Send ye the lamb to the ruler of the land.
(Prof. S. R. Driver, D. D.)
2 Kings 3:4, 25). During Ahab's reign, Moab had been compelled to pay a very heavy annual tribute, even 100,000 lambs and 100,000 rams. Refusal to pay led to war from time to time; war resulting, however, invariably in the defeat of the Moabites. In such circumstances the prophet urges upon Moab the wisdom of paying this tribute without trouble or demur.
(Buchanan Blake, B. D.)
1. Send Him the lamb, the best you have, yourselves a living sacrifice.
2. When you come to God, the great Ruler, come in the name of the Lamb, the Lamb of God.
3. Those that will not submit to Christ, nor be gathered unto the shadow of His wings, shall be as a bird that wanders from her nest (ver. 2), that shall either be snatched up by the next bird of prey, or shall wander endlessly in continual frights. Those that will not yield to the fear of God shall be made to yield to the fear of everything else.
( M. Henry.)
As a wandering bird, cast out of the nest.
(J. Parker, D. D.)
Let Mine outcasts dwell with thee, Moab.
Homiletic Magazine.An injunction is given to Moab to shelter the Jewish fugitives.
I. GOD OWNS HIS PEOPLE WHEN ALL THE WORLD FORSAKES OR OPPOSES THEM. No doubt Sennacherib thought the "outcasts" to be his victims, his prey; but God claims a personal interest in them, watches over them when they wander, supplies them in their need, and protects them by His guardian providence. They are His: His as the subjects of His government; His as the objects of His regard; His as the children of His grace.
II. GOD RAISES UP FRIENDS AND COMFORTERS FOR HIS CHURCH IN STRANGE AND UNEXPECTED QUARTERS. Here He provides for them a shelter before the storm comes on, and makes Moab, one of the most powerful of the Church's enemies, a near and a present friend. God proves to Moab that it was their interest to do so, because the Jews would soon be in a condition to requite the favour, when their country should be invaded, and their daughters should wander without a home (ver. 2). The providence of God often makes the hostile feelings of bad men the occasion of good to the righteous.
III. GOD CAN OVERRULE CALAMITIES, WHICH THREATEN NOTHING BUT DISASTER TO HIS CHURCH, INTO THE MEANS OF CONFIRMING FAITH AND HOPE. God's outcasts in Moab learned many a useful lesson there, and when they returned it was to uphold the government of Hezekiah, and to promote the welfare of the people with whom they had sojourned. "And the throne shall be established in mercy, and He shall sit upon it in truth in the tabernacle of David" (ver. 5). Sennacherib's invasion, which scattered his subjects in exile, threatened the overthrow of Hezekiah, but it really tended to establish him, for never was his kingdom more secure than after the overthrow of the Assyrian army. The same thing obtains in the experience of the Christian. As the birds sing most sweetly after a tempest; as torches shine brighter for shaking; as the flowers shed forth their fragrance at the close of a troubled day, so the graces of a Christian, his faith, his patience, and his hope, are matured by the trials that threatened their utter extinction. In the kingdom of Christ, a kingdom which is established in mercy, you find perpetual progress amidst perpetual storm, and a noontide of brightness often succeeds the darkest night.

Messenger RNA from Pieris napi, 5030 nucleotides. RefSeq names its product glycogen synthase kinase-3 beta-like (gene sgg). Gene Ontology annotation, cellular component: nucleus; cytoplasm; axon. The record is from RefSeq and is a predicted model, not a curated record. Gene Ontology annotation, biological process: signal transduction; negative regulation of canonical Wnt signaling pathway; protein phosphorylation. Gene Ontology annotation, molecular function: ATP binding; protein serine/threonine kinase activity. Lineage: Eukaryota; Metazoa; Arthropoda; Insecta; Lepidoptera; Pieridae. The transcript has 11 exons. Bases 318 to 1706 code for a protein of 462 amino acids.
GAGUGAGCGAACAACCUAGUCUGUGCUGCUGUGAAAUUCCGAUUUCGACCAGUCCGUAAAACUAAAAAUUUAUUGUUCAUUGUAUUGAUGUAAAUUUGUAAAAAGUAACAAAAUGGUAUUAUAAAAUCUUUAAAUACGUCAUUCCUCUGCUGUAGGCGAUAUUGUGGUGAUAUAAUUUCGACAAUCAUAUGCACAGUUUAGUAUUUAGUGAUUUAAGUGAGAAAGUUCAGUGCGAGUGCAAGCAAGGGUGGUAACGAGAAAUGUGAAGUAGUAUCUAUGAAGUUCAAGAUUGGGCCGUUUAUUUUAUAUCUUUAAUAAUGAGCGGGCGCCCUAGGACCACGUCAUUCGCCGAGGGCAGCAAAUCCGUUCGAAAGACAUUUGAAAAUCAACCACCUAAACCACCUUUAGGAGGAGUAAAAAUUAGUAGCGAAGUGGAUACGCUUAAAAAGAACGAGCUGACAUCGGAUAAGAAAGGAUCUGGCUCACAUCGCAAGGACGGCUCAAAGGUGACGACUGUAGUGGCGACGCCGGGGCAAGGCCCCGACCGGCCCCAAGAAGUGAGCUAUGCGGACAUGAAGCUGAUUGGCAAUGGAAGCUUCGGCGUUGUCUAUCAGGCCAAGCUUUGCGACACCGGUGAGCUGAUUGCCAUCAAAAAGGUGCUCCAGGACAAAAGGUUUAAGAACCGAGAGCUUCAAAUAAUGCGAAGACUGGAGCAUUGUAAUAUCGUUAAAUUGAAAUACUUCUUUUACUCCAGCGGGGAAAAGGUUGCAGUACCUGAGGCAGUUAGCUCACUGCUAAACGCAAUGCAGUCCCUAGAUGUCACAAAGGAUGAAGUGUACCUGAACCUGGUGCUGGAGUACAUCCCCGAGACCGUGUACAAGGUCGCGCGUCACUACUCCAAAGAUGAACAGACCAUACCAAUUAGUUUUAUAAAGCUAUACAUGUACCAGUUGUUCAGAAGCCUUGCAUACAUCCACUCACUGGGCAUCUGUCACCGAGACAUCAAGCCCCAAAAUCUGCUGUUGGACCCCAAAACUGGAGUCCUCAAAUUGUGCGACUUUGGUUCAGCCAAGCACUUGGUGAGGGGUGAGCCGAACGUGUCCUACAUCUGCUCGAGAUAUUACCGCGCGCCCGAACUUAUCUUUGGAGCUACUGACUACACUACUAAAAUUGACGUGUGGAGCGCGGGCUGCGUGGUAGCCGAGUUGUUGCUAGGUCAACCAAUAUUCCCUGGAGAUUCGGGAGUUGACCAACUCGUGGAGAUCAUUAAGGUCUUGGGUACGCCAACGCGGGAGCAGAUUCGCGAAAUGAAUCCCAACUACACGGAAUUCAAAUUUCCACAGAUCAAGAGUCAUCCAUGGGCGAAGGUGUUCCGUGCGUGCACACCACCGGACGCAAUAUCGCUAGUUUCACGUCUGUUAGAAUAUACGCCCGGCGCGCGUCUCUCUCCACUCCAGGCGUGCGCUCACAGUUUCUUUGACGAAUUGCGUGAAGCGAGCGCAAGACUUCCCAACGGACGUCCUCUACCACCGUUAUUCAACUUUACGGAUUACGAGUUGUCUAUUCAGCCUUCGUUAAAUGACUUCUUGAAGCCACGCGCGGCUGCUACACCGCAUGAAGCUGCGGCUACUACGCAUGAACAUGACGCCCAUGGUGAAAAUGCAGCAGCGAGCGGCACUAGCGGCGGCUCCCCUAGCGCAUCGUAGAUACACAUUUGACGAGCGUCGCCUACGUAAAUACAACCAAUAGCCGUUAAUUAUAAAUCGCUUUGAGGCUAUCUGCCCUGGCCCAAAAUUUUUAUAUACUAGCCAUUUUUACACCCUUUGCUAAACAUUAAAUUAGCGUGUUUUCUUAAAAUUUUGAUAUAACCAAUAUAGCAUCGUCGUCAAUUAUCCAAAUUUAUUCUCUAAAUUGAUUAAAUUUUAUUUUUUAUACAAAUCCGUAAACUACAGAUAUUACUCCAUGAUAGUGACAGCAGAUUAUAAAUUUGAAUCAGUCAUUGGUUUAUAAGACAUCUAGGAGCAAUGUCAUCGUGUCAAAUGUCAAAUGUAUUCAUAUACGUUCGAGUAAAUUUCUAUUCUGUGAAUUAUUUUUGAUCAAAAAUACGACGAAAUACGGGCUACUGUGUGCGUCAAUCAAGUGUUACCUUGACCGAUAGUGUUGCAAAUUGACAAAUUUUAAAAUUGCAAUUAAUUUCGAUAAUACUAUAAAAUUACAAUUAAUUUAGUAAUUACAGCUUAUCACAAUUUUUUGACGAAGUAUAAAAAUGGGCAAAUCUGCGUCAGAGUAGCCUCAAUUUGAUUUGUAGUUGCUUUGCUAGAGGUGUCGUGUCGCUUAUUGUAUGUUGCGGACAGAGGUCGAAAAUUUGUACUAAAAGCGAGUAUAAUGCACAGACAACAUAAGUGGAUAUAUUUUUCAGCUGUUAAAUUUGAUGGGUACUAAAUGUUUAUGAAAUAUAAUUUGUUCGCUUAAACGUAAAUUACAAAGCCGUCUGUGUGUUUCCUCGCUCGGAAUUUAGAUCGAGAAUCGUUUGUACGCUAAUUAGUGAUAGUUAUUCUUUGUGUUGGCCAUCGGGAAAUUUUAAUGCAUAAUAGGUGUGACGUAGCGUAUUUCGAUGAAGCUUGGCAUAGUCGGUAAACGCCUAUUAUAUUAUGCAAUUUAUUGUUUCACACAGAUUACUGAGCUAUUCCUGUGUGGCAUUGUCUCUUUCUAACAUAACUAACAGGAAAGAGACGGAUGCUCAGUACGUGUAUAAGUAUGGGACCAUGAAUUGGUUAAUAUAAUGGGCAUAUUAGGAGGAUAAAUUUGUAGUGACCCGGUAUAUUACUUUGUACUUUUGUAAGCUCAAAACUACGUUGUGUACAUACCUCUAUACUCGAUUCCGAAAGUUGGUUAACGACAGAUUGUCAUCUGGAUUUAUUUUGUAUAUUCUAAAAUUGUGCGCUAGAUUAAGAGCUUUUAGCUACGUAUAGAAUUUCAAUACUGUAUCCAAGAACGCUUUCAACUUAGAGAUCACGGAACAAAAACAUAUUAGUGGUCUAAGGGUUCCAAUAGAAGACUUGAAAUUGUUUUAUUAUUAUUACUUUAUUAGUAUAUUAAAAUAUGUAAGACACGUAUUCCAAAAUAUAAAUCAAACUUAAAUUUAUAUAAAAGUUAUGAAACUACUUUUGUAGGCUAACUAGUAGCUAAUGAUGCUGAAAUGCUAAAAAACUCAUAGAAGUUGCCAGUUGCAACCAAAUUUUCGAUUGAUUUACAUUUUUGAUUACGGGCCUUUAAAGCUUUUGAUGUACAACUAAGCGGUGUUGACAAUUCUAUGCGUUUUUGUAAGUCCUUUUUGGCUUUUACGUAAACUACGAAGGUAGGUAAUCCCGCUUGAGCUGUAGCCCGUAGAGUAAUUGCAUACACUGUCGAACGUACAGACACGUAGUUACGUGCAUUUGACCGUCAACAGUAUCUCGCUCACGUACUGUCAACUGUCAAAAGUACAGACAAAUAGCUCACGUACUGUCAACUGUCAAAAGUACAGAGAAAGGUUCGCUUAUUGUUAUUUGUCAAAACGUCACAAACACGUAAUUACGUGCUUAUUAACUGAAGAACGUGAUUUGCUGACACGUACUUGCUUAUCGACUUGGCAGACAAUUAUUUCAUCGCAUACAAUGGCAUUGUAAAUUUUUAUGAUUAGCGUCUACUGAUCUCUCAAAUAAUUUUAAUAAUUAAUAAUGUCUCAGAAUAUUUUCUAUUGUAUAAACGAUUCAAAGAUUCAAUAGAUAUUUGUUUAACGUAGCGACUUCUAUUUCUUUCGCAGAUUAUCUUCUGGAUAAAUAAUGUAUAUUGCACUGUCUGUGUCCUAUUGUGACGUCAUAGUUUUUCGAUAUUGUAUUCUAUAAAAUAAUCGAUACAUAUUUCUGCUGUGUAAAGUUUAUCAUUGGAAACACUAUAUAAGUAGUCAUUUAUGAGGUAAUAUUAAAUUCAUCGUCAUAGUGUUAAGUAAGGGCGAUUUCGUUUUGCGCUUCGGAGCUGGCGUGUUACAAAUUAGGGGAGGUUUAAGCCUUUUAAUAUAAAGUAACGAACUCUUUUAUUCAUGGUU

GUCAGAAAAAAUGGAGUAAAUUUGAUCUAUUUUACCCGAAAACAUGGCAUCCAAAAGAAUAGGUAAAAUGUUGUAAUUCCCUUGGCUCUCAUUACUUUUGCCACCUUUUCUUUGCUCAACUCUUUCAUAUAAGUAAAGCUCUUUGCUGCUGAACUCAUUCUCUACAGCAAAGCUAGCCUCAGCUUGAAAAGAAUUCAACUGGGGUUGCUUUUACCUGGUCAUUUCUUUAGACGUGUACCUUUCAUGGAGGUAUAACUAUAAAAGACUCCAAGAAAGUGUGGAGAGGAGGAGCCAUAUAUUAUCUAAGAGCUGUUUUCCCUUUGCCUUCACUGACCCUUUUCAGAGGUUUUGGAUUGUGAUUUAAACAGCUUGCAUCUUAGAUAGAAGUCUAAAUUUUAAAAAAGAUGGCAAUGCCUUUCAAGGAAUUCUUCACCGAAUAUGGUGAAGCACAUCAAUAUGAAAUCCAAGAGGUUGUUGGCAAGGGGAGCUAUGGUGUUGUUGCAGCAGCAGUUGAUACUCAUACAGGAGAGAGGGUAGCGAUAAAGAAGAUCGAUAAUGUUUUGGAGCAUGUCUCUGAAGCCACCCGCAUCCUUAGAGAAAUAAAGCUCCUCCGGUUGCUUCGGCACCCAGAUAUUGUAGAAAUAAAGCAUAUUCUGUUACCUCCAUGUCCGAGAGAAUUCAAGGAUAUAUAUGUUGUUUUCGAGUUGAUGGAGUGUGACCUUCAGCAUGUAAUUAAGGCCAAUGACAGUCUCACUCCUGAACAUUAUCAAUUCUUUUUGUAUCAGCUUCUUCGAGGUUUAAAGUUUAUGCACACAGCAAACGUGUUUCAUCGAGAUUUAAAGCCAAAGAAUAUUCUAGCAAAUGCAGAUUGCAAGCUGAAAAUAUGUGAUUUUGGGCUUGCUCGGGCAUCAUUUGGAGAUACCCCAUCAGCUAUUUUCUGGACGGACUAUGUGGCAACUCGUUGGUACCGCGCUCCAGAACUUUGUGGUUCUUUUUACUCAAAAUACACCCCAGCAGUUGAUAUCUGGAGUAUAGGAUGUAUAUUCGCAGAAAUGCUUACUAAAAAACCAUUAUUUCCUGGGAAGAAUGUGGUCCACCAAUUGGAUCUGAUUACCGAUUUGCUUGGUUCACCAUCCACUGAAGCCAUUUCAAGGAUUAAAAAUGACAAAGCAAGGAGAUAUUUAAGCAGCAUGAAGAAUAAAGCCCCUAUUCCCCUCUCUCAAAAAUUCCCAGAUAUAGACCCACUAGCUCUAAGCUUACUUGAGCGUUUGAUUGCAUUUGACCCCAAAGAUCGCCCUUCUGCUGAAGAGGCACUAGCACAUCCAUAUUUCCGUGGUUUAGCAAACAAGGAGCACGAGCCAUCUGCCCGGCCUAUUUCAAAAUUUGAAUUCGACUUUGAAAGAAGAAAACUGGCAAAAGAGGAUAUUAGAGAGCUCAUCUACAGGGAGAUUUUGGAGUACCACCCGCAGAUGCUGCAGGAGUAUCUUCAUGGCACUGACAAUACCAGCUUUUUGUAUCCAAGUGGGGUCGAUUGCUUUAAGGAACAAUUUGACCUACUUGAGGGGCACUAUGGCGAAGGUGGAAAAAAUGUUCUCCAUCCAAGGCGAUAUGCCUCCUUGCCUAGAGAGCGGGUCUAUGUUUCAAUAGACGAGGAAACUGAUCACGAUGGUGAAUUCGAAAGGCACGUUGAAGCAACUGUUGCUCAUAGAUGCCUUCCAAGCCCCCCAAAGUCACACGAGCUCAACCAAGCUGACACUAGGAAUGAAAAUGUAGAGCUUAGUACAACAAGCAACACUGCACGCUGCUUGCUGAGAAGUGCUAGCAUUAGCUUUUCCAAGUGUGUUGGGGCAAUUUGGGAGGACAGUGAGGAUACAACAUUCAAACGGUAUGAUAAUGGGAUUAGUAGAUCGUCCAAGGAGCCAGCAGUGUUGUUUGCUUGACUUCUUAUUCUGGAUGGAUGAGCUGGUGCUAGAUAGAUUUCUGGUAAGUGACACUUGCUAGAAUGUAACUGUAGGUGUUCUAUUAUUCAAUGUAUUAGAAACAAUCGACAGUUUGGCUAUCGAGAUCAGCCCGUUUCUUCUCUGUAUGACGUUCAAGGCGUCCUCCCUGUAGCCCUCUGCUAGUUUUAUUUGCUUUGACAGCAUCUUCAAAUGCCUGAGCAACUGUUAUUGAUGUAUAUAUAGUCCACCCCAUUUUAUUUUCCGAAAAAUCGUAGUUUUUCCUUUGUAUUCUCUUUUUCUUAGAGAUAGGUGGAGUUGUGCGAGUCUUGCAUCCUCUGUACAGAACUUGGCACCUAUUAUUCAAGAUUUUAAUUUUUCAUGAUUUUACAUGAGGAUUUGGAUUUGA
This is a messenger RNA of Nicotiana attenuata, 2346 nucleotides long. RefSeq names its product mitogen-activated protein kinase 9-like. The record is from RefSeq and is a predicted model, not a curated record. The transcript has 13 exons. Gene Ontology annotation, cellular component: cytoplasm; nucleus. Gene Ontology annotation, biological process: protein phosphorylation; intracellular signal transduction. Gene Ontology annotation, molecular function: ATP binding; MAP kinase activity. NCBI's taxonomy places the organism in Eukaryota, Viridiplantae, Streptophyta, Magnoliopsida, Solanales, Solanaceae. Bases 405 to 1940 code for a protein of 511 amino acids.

IV. AMIDST ALL WANDERINGS GOD WOULD HAVE HIS PEOPLE REMEMBER THEIR DISTINCTIVE CHARACTER AND PREPARE FOR RETURN. They were to dwell in Moab, but only for a season, and always to bear the heart of a stranger. It is a great thing in days of worldly compliance and conformity, when everyone seems to live as if he were to live here always, to have in exercise a better hope, and for Christians to preserve the distinctness of their character. The Divine hand that created our frame and put life into it, has provided us with other resources than are found in feeble self, or in creatures feeble as ourselves. Besides this earth and these lower skies, there is an invisible world, and a kingdom of spirits. Let Christians seek to be in the world, but not of it.
In mercy shall the throne be established.
(J. Parker, D. D.)
He shall come to his sanctuary to pray.
I. IN TIMES OF SORROW THEY ARE OFTEN SEEN IN THE SANCTUARY.
II. MANY OF THE SUPPLICATIONS THAT ARE OFFERED IN THE SANCTUARY ARE OFFERED IN VAIN. How is this to be explained? In such ways as these —
1. Many of the suppliants have little or no faith, and faith is the essential condition of blessing.
2. Many of the suppliants are not really in earnest, and lukewarmness is an offence to the Divine Being.
3. Many of the suppliants are not really penitent.